Navigating the IRB review process and complying with federal regulations and institutional policy relating to human subjects protection can be challenging. The function of the IRB is to ensure investigators are meeting their primary responsibility to safeguard the rights and welfare of each research subject, and that the subjects' rights and welfare are taking precedence over the goals and requirements of the research.  At Weill Cornell Medicine, IRB review is required for both funded and non-funded human subjects research.

What Are the Eligibility Requirements for a Principal Investigator?

It is our Institutional policy that only those with whom the organization has or intends to have an ongoing employment or contractual relationship may serve as Principal Investigator (PI) on research projects submitted to the WCM IRB.  In practice, this means: 

  • the PI must be a faculty member with the rank of instructor or above; and
  • the PI must be properly credentialed by the facility at which the research is approved to take place; and
  • the PI must be employed (either full- or part-time) by WCM, and;
  • if the research involves the administration of a drug or use of a device for research purposes, the PI must be a licensed physician
  • Voluntary faculty cannot serve as PIs, but may serve as co-investigators

In addition, employees of New York Presbyterian Hospital/Weill Cornell Medicine (only pharmacists, nurses, dieticians) can serve as PIs on protocols, except clinical trials that include an intervention with human subjects. However, medical residents cannot serve as PIs, but may serve as co-investigators.

The PI assumes the responsibility of the whole of the research study, including any responsibility delegated to study coordinators and research teams.  The full scope of PI responsibilities is described in the Investigator Handbook.

What Is The Required Training for Researchers?

All PIs and research team members must complete the required training described on the Research Team Training and Education page before they can be included on a protocol submitted to the WCM IRB, and before they can submit in WRG-HS.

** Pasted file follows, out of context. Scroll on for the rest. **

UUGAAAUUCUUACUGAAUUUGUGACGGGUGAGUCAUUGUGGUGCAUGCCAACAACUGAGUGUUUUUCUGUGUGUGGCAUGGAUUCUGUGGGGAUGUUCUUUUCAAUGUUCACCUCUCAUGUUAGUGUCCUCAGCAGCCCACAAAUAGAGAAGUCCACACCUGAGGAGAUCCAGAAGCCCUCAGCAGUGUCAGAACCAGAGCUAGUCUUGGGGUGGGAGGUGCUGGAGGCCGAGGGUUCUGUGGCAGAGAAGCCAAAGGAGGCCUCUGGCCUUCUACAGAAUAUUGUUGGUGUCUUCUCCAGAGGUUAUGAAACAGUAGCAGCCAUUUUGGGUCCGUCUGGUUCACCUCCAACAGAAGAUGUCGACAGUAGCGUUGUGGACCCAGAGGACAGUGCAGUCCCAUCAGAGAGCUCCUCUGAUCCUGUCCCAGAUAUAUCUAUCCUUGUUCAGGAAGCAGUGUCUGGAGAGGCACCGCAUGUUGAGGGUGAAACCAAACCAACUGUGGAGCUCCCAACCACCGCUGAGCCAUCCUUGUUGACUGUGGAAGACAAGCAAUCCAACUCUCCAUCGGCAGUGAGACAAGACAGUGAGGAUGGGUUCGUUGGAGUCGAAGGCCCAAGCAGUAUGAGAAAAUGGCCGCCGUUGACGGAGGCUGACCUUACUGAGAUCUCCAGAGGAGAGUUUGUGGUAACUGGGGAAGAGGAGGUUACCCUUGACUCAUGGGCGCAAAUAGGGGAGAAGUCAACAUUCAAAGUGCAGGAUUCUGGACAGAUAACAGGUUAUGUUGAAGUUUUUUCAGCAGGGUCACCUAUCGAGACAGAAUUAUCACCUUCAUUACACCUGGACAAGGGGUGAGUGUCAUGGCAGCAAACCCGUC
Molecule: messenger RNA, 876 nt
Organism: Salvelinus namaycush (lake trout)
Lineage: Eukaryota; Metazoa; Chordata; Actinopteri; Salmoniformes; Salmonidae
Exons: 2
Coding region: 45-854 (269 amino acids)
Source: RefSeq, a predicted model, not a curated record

I Am The Principal Investigator. What Are My Responsibilities and Expectations?

The full scope of the PI's responsibilities is outlined in a soon-to-be-published policy document, but can be summarized as follows:     

  • Selection of qualified individuals for roles on study team  
  • Complete knowledge of protocol, investigator's brochure(s), and consent form(s) 
  • Process for oversight of study team 
  • Process for monitoring subject safety and data collection 
  • Understanding of reporting obligations to funding sources, FDA (if applicable), and IRB 
  • Understanding of scope of responsibility for multi-site studies, PI-initiated studies, federally funded studies 
  • Understanding of federal, IRB, and institutional policies and regulations applicable to the research 

I Am Part Of The Research Team. What Are My Responsibilities and Expectations?

The research team plays an integral part in the administration of the research study.  It is therefore important that all members on a research team demonstrate:

  • Understanding of federal, IRB, and institutional regulations and policies applicable to the research
  • Appropriate knowledge (according to role) of the study's purpose(s), activities, risks, and benefits
  • Thorough understanding of the individual's role on the study and its relation to regulations and policies
  • Understanding of reporting obligations to the PI, IRB, and institution


The WCM IRB has entered into a temporary partnership with the Biomedical Research Alliance of New York (BRANY), an independent IRB. This BRANYplusinitiative will go on through Spring 2022; thus, all new submissions from all departments must be submitted through BRANYplus.

We recently presented a TWIST on BRANYplus focusing on recent updates to submission processes, as well as an overview of the BRANYplus workflow. You can watch the recorded session here!

For more information on this initiative, and instructions on using BRANYplus, please visit BRANYplus online.

Project Guidance

Go to our Project Guidance page for information on the elements the IRB looks for when reviewing research protocols.

For guidance on preparing non-regulatory materials, the Joint Clinical Trials Office (JCTO) provides a JCTO Researcher's Toolbox to assist Researchers and Research Teams engaged in clinical research in the development of their research protocols.

Other Resources

Reminder: Informed Consent forms must be written in a way that is easily understandable by someone with an 8th grade reading level